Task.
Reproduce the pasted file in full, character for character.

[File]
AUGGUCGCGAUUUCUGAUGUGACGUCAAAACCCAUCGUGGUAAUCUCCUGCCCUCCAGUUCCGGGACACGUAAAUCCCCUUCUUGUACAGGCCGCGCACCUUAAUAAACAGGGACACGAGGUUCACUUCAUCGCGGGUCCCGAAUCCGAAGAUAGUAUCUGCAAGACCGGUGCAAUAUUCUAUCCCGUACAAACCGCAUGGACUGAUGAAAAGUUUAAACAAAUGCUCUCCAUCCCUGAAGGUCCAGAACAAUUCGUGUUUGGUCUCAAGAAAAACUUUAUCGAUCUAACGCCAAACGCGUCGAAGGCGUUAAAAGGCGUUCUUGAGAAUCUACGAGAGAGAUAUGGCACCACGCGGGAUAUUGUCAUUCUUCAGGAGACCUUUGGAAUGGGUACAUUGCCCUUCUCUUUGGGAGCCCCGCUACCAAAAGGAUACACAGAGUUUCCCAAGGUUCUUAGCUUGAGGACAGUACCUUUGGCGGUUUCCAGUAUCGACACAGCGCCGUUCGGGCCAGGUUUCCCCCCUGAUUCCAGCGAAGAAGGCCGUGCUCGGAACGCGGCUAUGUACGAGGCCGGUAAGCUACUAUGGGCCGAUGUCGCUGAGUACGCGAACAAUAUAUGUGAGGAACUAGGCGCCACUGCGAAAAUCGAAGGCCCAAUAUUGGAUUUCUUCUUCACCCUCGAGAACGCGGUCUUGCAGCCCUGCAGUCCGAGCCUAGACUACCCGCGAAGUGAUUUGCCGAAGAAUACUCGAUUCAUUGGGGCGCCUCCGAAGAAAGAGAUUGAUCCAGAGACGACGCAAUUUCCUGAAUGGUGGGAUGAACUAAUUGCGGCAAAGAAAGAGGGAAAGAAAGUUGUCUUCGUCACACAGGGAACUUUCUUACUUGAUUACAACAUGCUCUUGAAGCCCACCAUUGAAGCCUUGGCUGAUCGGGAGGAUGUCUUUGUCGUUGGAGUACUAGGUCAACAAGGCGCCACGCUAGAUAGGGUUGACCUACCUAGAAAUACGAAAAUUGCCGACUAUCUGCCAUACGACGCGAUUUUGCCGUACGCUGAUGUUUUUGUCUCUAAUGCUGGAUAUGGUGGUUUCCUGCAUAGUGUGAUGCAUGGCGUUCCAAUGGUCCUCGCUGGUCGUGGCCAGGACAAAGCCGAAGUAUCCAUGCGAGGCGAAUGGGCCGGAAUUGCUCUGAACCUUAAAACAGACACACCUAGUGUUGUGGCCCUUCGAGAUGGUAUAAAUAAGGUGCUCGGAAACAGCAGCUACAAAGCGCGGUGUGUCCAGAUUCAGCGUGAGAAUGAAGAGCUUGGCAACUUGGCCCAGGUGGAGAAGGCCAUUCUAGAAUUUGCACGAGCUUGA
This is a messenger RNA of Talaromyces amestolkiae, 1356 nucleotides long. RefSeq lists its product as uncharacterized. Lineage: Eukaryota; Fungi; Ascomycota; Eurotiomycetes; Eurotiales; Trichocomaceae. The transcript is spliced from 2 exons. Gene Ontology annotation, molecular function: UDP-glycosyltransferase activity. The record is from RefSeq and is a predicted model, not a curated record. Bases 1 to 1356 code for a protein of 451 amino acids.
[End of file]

AUGGUCGCGAUUUCUGAUGUGACGUCAAAACCCAUCGUGGUAAUCUCCUGCCCUCCAGUUCCGGGACACGUAAAUCCCCUUCUUGUACAGGCCGCGCACCUUAAUAAACAGGGACACGAGGUUCACUUCAUCGCGGGUCCCGAAUCCGAAGAUAGUAUCUGCAAGACCGGUGCAAUAUUCUAUCCCGUACAAACCGCAUGGACUGAUGAAAAGUUUAAACAAAUGCUCUCCAUCCCUGAAGGUCCAGAACAAUUCGUGUUUGGUCUCAAGAAAAACUUUAUCGAUCUAACGCCAAACGCGUCGAAGGCGUUAAAAGGCGUUCUUGAGAAUCUACGAGAGAGAUAUGGCACCACGCGGGAUAUUGUCAUUCUUCAGGAGACCUUUGGAAUGGGUACAUUGCCCUUCUCUUUGGGAGCCCCGCUACCAAAAGGAUACACAGAGUUUCCCAAGGUUCUUAGCUUGAGGACAGUACCUUUGGCGGUUUCCAGUAUCGACACAGCGCCGUUCGGGCCAGGUUUCCCCCCUGAUUCCAGCGAAGAAGGCCGUGCUCGGAACGCGGCUAUGUACGAGGCCGGUAAGCUACUAUGGGCCGAUGUCGCUGAGUACGCGAACAAUAUAUGUGAGGAACUAGGCGCCACUGCGAAAAUCGAAGGCCCAAUAUUGGAUUUCUUCUUCACCCUCGAGAACGCGGUCUUGCAGCCCUGCAGUCCGAGCCUAGACUACCCGCGAAGUGAUUUGCCGAAGAAUACUCGAUUCAUUGGGGCGCCUCCGAAGAAAGAGAUUGAUCCAGAGACGACGCAAUUUCCUGAAUGGUGGGAUGAACUAAUUGCGGCAAAGAAAGAGGGAAAGAAAGUUGUCUUCGUCACACAGGGAACUUUCUUACUUGAUUACAACAUGCUCUUGAAGCCCACCAUUGAAGCCUUGGCUGAUCGGGAGGAUGUCUUUGUCGUUGGAGUACUAGGUCAACAAGGCGCCACGCUAGAUAGGGUUGACCUACCUAGAAAUACGAAAAUUGCCGACUAUCUGCCAUACGACGCGAUUUUGCCGUACGCUGAUGUUUUUGUCUCUAAUGCUGGAUAUGGUGGUUUCCUGCAUAGUGUGAUGCAUGGCGUUCCAAUGGUCCUCGCUGGUCGUGGCCAGGACAAAGCCGAAGUAUCCAUGCGAGGCGAAUGGGCCGGAAUUGCUCUGAACCUUAAAACAGACACACCUAGUGUUGUGGCCCUUCGAGAUGGUAUAAAUAAGGUGCUCGGAAACAGCAGCUACAAAGCGCGGUGUGUCCAGAUUCAGCGUGAGAAUGAAGAGCUUGGCAACUUGGCCCAGGUGGAGAAGGCCAUUCUAGAAUUUGCACGAGCUUGA
This is a messenger RNA of Talaromyces amestolkiae, 1356 nucleotides long. RefSeq lists its product as uncharacterized. Lineage: Eukaryota; Fungi; Ascomycota; Eurotiomycetes; Eurotiales; Trichocomaceae. The transcript is spliced from 2 exons. Gene Ontology annotation, molecular function: UDP-glycosyltransferase activity. The record is from RefSeq and is a predicted model, not a curated record. Bases 1 to 1356 code for a protein of 451 amino acids.